5. The third and the last contention raises a question of some importance. It is argued that the sureties were discharged in consequence of the failure of the preemptors to institute suits for mesne profits against the vendee within limitation. Reliance is placed on Section 134, Contract Act, which provides that the surety is discharged by any contract between the creditor and the principal debtor by which the principal is relieved, or by any act or omission of the creditor the legal consequence of which is the discharge of the principal debtor. Section 137 of the same Act lays down that mere forbearance on the part of the creditor to sue the principal-debtor or to enforce any other remedy against him does not, in the absence of any provision in the guarantee to the contrary, discharge the surety. There is some difference of opinion among the High Courts on the question whether, if the creditor allows his remedy against a debtor to be barred by limitation, the surety is discharged, or whether his omission amounts to no more than a forbearance on his part to sue the debtor. So far as this High Court is concerned, the view seems to have prevailed that the surety is discharged in consequence of the failure of the creditor to sue the debtor within limitation: see Salig Ram Misir v. Lachhman Das 1928 50 All 211. In the peculiar circumstances of this case, we do not think it necessary to pronounce an opinion on this question.

6. Section 134, Contract Act, presupposes the existence of a contract of guarantee, to which the creditor and the surety, if not also the debtor, are parties. The liability of the surety arises from an undertaking given by him to the creditor;in consideration of something done by the latter. In the case before us, there was no contract between the sureties and the plaintiffs. The security bonds were executed by the sureties at the instance of the debtor and in pursuance of the orders of the Courts granting stay. The plaintiffs, the pre-emptors, were not privy to the arrangement which resulted in the execution of the security bonds. The Court put the vendee on terms when it granted his application for stay of execution of decrees. For ought we know, the pre-emptors were opposed to any stay being granted. In any case, there is no evidence that they were party to the contract of guarantee, under which the sureties become liable. The bonds clearly recited the circumstances in which the sureties agreed to hypothecate their properties. As already stated, the bonds are in favour respectively of the District Judge and the Registrar. The fact that the sureties empowered the plaintiffs to enforce the undertaking given by them (the sureties) to the Court does not imply that the plaintiffs became a party to the contract of guarantee embodied in the bonds. In this view, Section 134 , Contract Act, does not apply to the facts of the present case. Assuming Section 134 is otherwise applicable, and if the clause empowering the plaintiffs to enforce the security bonds be taken to be no more than an assignment by the obligee under the bonds, i.e., the District Judge in one case and the Registrar in the other and the plaintiffs be considered to be assignees of the aforesaid officers, Section 134 Contract Act, does not lead to the result contended for by the sureties. It is clear that no such act or omission can be attributed to the District Judge or the Registrar which had the legal consequence of discharging the principal debtor. The deeds being in favour of the District Judge and the Registrar respectively the plaintiffs cannot be considered to be the creditors in their own right under a contract of guarantee. For these reasons we think that Section 134, Contract Act, is not applicable to the circumstances of the present case.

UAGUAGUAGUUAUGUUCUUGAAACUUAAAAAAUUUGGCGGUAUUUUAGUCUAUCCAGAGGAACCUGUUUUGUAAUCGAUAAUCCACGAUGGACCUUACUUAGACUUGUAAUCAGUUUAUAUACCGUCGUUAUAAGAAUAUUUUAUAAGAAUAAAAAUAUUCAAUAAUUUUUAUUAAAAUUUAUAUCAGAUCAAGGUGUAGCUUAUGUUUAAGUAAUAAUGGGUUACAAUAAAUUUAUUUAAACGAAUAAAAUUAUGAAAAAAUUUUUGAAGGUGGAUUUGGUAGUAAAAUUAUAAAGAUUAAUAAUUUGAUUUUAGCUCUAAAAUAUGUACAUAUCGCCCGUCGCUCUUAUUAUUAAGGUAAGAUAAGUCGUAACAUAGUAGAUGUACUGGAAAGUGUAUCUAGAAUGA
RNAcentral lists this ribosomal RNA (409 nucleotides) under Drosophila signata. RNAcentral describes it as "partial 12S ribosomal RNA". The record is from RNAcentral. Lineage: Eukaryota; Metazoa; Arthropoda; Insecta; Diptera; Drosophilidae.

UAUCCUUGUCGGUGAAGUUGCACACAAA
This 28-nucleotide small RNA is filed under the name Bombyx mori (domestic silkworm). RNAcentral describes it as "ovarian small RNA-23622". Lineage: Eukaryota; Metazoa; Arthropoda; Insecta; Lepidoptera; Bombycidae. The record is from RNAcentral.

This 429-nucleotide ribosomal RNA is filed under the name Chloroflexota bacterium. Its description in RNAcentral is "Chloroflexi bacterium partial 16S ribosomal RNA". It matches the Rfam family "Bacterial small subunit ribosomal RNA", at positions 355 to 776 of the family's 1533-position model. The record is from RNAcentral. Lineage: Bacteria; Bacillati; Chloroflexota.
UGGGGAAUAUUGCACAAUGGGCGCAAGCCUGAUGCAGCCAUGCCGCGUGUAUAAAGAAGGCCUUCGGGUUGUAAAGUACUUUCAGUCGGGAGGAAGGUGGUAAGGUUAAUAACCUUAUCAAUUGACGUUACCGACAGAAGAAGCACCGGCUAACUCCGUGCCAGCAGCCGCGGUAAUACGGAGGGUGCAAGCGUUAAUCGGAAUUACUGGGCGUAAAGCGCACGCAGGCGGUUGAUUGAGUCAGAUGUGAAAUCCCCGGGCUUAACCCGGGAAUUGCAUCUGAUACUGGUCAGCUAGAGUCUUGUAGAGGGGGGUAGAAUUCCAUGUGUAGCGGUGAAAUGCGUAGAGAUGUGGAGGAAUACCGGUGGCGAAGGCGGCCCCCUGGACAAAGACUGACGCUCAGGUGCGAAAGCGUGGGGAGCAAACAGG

7. As regards the appeals filed by the plaintiffs (the pre-emptors), the only question thereby raised has reference to the amount of mesne profits to which they are entitled in consequence of the vendee remaining in possession of the preempted property after the deposit by the pre-emptors of the pre-emption money on 21st June 1923. The plaintiffs became entitled to take possession immediately after they deposited the pre-emption money on 21st June 1923. The plaintiffs have claimed mesne profits for three years, via., 1924-26, which is practically covered by the period for which they are entitled to mesne profits. The trial Court calculated mesne profits on a somewhat peculiar basis. The learned Subordinate Judge assumed that immoveable property was sold at 33 years' purchase, and held that the plaintiffs were entitled to mesne profits at the rate of 3 per cent on the purchase money paid by them in the preemption suit. We do not think this is a satisfactory mode of awarding mesne profits in a case like this. A pre-emptor becomes entitled to possession of the preempted property immediately on depositing the purchase money, and the vendee retaining possession after that event roust be considered to be in wrongful possession and liable to pay mesne profits to the pre-emptor. The expression 'means profits' has been defined in the Civil Procedure Code as profits which the person in wrongful possession of property actually received or might with ordinary diligence have received therefrom together with interest on such profits. According to the plaint in each of the two cases, the plaintiffs are entitled to Rs. 4.22 per year and interest thereon in each case. The accuracy of the figure mentioned in the plaints has not been specifically challenged in the written statements or at any time after they were filed, and we are disposed to accept the plaintiffs' figures. The plaintiffs have claimed interest at the rate of 9 per cent per annum; but we think that no more than 6 per cent per annum simple should be awarded. Accordingly we modify the decrees passed by the lower Courts and award to the plaintiffs mesne profits for each suit at the rate of Rs. 422 per annum from 1st January 1924 till realization with interest at 6 per cent per annum simple. Appeals Nos. 1133 and 1139 of 1932 are dismissed. Appeals Nos. 116 and 1323 of 1932 are partly allowed and the decrees of the lower Courts are modified as indicated above. The plaintiff-appellants shall have 7/8ths of their costs in all the Courts.